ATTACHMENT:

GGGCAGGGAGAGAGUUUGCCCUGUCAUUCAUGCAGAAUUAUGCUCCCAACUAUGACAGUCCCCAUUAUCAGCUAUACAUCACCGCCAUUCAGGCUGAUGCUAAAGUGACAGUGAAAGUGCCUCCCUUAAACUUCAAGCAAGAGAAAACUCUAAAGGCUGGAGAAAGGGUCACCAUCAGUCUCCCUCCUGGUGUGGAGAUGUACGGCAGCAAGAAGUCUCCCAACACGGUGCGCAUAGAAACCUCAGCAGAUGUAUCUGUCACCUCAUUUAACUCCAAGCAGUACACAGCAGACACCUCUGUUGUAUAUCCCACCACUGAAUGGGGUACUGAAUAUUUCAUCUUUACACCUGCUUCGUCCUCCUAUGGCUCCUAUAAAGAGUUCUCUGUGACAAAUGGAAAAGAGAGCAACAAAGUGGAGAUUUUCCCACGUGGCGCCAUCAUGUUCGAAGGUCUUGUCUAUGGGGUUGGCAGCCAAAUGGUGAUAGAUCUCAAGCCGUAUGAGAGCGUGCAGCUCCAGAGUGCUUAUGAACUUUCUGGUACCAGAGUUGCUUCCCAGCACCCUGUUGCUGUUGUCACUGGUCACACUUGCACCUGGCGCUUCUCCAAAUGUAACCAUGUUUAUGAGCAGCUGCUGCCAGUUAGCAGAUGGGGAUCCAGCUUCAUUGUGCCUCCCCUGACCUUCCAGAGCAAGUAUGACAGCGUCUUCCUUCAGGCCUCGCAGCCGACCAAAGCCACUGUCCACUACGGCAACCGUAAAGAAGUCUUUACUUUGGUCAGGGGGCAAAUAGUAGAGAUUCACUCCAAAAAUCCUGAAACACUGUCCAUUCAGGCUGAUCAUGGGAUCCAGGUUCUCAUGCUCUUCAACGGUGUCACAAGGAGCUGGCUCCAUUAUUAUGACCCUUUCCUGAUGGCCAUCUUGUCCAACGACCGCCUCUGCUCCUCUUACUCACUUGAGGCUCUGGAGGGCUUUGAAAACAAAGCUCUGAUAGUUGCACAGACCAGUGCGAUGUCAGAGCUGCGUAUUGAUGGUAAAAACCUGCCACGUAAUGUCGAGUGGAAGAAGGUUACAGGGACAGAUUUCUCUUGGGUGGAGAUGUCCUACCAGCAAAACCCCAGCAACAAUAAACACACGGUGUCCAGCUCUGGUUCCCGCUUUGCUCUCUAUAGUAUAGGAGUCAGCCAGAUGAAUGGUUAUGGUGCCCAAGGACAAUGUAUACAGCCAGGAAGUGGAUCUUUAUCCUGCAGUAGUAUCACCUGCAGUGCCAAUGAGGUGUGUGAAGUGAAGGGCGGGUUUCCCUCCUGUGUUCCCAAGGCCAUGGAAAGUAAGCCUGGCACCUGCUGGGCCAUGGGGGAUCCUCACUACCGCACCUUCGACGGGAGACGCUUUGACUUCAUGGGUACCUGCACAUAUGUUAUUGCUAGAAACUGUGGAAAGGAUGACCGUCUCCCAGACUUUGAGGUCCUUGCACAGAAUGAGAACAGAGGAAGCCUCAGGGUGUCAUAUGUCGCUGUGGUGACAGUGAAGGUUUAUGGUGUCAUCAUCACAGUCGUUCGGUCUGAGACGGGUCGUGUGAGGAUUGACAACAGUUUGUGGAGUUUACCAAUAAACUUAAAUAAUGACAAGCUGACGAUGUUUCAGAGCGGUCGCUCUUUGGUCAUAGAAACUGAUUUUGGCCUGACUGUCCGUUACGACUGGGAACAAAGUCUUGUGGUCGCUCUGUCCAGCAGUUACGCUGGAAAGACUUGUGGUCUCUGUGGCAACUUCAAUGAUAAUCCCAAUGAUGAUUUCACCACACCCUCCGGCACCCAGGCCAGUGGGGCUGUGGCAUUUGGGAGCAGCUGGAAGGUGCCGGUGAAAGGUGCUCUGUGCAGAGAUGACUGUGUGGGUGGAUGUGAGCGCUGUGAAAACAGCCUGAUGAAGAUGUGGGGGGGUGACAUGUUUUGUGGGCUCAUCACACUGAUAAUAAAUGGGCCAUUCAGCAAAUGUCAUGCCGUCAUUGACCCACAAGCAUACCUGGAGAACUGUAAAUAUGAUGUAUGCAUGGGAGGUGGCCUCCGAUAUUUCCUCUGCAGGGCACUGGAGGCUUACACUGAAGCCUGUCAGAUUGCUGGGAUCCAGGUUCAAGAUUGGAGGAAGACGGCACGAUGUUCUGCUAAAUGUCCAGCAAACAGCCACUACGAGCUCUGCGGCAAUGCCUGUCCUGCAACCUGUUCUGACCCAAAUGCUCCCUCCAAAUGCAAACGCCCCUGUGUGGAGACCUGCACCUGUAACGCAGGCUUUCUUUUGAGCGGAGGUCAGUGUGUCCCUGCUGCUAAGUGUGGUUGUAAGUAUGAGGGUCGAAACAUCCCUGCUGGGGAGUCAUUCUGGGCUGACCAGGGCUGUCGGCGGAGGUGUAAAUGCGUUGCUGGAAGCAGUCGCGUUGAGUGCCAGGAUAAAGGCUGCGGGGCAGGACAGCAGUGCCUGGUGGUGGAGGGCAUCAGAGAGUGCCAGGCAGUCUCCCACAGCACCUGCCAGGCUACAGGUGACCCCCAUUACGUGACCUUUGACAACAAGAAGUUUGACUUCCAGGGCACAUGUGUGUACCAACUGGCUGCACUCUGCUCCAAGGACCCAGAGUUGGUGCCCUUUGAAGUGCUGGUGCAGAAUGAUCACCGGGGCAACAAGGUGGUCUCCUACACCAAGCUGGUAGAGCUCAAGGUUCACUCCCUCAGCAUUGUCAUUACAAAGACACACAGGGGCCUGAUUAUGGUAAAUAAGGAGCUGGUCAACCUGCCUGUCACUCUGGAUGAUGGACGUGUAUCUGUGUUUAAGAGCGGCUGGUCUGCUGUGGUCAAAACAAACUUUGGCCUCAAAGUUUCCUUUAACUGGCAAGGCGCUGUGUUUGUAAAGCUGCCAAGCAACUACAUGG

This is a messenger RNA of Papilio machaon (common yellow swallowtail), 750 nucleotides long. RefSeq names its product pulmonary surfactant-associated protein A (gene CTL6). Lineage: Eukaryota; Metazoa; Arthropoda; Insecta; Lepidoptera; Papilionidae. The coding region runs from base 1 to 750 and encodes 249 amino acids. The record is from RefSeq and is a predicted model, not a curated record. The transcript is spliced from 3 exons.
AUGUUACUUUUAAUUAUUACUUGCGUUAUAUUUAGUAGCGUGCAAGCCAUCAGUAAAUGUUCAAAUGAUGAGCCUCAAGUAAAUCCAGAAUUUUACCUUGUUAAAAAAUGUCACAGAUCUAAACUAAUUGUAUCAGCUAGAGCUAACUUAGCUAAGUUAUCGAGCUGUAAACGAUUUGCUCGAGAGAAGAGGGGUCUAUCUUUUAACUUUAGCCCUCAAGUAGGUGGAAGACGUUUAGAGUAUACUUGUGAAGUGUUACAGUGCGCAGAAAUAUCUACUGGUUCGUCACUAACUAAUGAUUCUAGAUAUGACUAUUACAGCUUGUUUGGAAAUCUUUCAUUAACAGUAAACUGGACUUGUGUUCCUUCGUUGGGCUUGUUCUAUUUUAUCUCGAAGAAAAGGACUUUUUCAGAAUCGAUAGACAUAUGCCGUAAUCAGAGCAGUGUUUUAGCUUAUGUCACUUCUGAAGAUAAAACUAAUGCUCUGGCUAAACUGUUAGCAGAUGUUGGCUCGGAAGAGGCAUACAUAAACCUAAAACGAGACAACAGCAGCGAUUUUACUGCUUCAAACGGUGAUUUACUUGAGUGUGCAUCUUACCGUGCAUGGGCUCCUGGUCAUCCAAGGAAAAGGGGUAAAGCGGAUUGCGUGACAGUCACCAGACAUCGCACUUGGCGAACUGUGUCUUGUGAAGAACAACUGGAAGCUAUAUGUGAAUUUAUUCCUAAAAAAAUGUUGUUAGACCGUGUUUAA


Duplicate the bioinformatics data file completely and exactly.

GGGCAGGGAGAGAGUUUGCCCUGUCAUUCAUGCAGAAUUAUGCUCCCAACUAUGACAGUCCCCAUUAUCAGCUAUACAUCACCGCCAUUCAGGCUGAUGCUAAAGUGACAGUGAAAGUGCCUCCCUUAAACUUCAAGCAAGAGAAAACUCUAAAGGCUGGAGAAAGGGUCACCAUCAGUCUCCCUCCUGGUGUGGAGAUGUACGGCAGCAAGAAGUCUCCCAACACGGUGCGCAUAGAAACCUCAGCAGAUGUAUCUGUCACCUCAUUUAACUCCAAGCAGUACACAGCAGACACCUCUGUUGUAUAUCCCACCACUGAAUGGGGUACUGAAUAUUUCAUCUUUACACCUGCUUCGUCCUCCUAUGGCUCCUAUAAAGAGUUCUCUGUGACAAAUGGAAAAGAGAGCAACAAAGUGGAGAUUUUCCCACGUGGCGCCAUCAUGUUCGAAGGUCUUGUCUAUGGGGUUGGCAGCCAAAUGGUGAUAGAUCUCAAGCCGUAUGAGAGCGUGCAGCUCCAGAGUGCUUAUGAACUUUCUGGUACCAGAGUUGCUUCCCAGCACCCUGUUGCUGUUGUCACUGGUCACACUUGCACCUGGCGCUUCUCCAAAUGUAACCAUGUUUAUGAGCAGCUGCUGCCAGUUAGCAGAUGGGGAUCCAGCUUCAUUGUGCCUCCCCUGACCUUCCAGAGCAAGUAUGACAGCGUCUUCCUUCAGGCCUCGCAGCCGACCAAAGCCACUGUCCACUACGGCAACCGUAAAGAAGUCUUUACUUUGGUCAGGGGGCAAAUAGUAGAGAUUCACUCCAAAAAUCCUGAAACACUGUCCAUUCAGGCUGAUCAUGGGAUCCAGGUUCUCAUGCUCUUCAACGGUGUCACAAGGAGCUGGCUCCAUUAUUAUGACCCUUUCCUGAUGGCCAUCUUGUCCAACGACCGCCUCUGCUCCUCUUACUCACUUGAGGCUCUGGAGGGCUUUGAAAACAAAGCUCUGAUAGUUGCACAGACCAGUGCGAUGUCAGAGCUGCGUAUUGAUGGUAAAAACCUGCCACGUAAUGUCGAGUGGAAGAAGGUUACAGGGACAGAUUUCUCUUGGGUGGAGAUGUCCUACCAGCAAAACCCCAGCAACAAUAAACACACGGUGUCCAGCUCUGGUUCCCGCUUUGCUCUCUAUAGUAUAGGAGUCAGCCAGAUGAAUGGUUAUGGUGCCCAAGGACAAUGUAUACAGCCAGGAAGUGGAUCUUUAUCCUGCAGUAGUAUCACCUGCAGUGCCAAUGAGGUGUGUGAAGUGAAGGGCGGGUUUCCCUCCUGUGUUCCCAAGGCCAUGGAAAGUAAGCCUGGCACCUGCUGGGCCAUGGGGGAUCCUCACUACCGCACCUUCGACGGGAGACGCUUUGACUUCAUGGGUACCUGCACAUAUGUUAUUGCUAGAAACUGUGGAAAGGAUGACCGUCUCCCAGACUUUGAGGUCCUUGCACAGAAUGAGAACAGAGGAAGCCUCAGGGUGUCAUAUGUCGCUGUGGUGACAGUGAAGGUUUAUGGUGUCAUCAUCACAGUCGUUCGGUCUGAGACGGGUCGUGUGAGGAUUGACAACAGUUUGUGGAGUUUACCAAUAAACUUAAAUAAUGACAAGCUGACGAUGUUUCAGAGCGGUCGCUCUUUGGUCAUAGAAACUGAUUUUGGCCUGACUGUCCGUUACGACUGGGAACAAAGUCUUGUGGUCGCUCUGUCCAGCAGUUACGCUGGAAAGACUUGUGGUCUCUGUGGCAACUUCAAUGAUAAUCCCAAUGAUGAUUUCACCACACCCUCCGGCACCCAGGCCAGUGGGGCUGUGGCAUUUGGGAGCAGCUGGAAGGUGCCGGUGAAAGGUGCUCUGUGCAGAGAUGACUGUGUGGGUGGAUGUGAGCGCUGUGAAAACAGCCUGAUGAAGAUGUGGGGGGGUGACAUGUUUUGUGGGCUCAUCACACUGAUAAUAAAUGGGCCAUUCAGCAAAUGUCAUGCCGUCAUUGACCCACAAGCAUACCUGGAGAACUGUAAAUAUGAUGUAUGCAUGGGAGGUGGCCUCCGAUAUUUCCUCUGCAGGGCACUGGAGGCUUACACUGAAGCCUGUCAGAUUGCUGGGAUCCAGGUUCAAGAUUGGAGGAAGACGGCACGAUGUUCUGCUAAAUGUCCAGCAAACAGCCACUACGAGCUCUGCGGCAAUGCCUGUCCUGCAACCUGUUCUGACCCAAAUGCUCCCUCCAAAUGCAAACGCCCCUGUGUGGAGACCUGCACCUGUAACGCAGGCUUUCUUUUGAGCGGAGGUCAGUGUGUCCCUGCUGCUAAGUGUGGUUGUAAGUAUGAGGGUCGAAACAUCCCUGCUGGGGAGUCAUUCUGGGCUGACCAGGGCUGUCGGCGGAGGUGUAAAUGCGUUGCUGGAAGCAGUCGCGUUGAGUGCCAGGAUAAAGGCUGCGGGGCAGGACAGCAGUGCCUGGUGGUGGAGGGCAUCAGAGAGUGCCAGGCAGUCUCCCACAGCACCUGCCAGGCUACAGGUGACCCCCAUUACGUGACCUUUGACAACAAGAAGUUUGACUUCCAGGGCACAUGUGUGUACCAACUGGCUGCACUCUGCUCCAAGGACCCAGAGUUGGUGCCCUUUGAAGUGCUGGUGCAGAAUGAUCACCGGGGCAACAAGGUGGUCUCCUACACCAAGCUGGUAGAGCUCAAGGUUCACUCCCUCAGCAUUGUCAUUACAAAGACACACAGGGGCCUGAUUAUGGUAAAUAAGGAGCUGGUCAACCUGCCUGUCACUCUGGAUGAUGGACGUGUAUCUGUGUUUAAGAGCGGCUGGUCUGCUGUGGUCAAAACAAACUUUGGCCUCAAAGUUUCCUUUAACUGGCAAGGCGCUGUGUUUGUAAAGCUGCCAAGCAACUACAUGG

This is a messenger RNA of Papilio machaon (common yellow swallowtail), 750 nucleotides long. RefSeq names its product pulmonary surfactant-associated protein A (gene CTL6). Lineage: Eukaryota; Metazoa; Arthropoda; Insecta; Lepidoptera; Papilionidae. The coding region runs from base 1 to 750 and encodes 249 amino acids. The record is from RefSeq and is a predicted model, not a curated record. The transcript is spliced from 3 exons.
AUGUUACUUUUAAUUAUUACUUGCGUUAUAUUUAGUAGCGUGCAAGCCAUCAGUAAAUGUUCAAAUGAUGAGCCUCAAGUAAAUCCAGAAUUUUACCUUGUUAAAAAAUGUCACAGAUCUAAACUAAUUGUAUCAGCUAGAGCUAACUUAGCUAAGUUAUCGAGCUGUAAACGAUUUGCUCGAGAGAAGAGGGGUCUAUCUUUUAACUUUAGCCCUCAAGUAGGUGGAAGACGUUUAGAGUAUACUUGUGAAGUGUUACAGUGCGCAGAAAUAUCUACUGGUUCGUCACUAACUAAUGAUUCUAGAUAUGACUAUUACAGCUUGUUUGGAAAUCUUUCAUUAACAGUAAACUGGACUUGUGUUCCUUCGUUGGGCUUGUUCUAUUUUAUCUCGAAGAAAAGGACUUUUUCAGAAUCGAUAGACAUAUGCCGUAAUCAGAGCAGUGUUUUAGCUUAUGUCACUUCUGAAGAUAAAACUAAUGCUCUGGCUAAACUGUUAGCAGAUGUUGGCUCGGAAGAGGCAUACAUAAACCUAAAACGAGACAACAGCAGCGAUUUUACUGCUUCAAACGGUGAUUUACUUGAGUGUGCAUCUUACCGUGCAUGGGCUCCUGGUCAUCCAAGGAAAAGGGGUAAAGCGGAUUGCGUGACAGUCACCAGACAUCGCACUUGGCGAACUGUGUCUUGUGAAGAACAACUGGAAGCUAUAUGUGAAUUUAUUCCUAAAAAAAUGUUGUUAGACCGUGUUUAA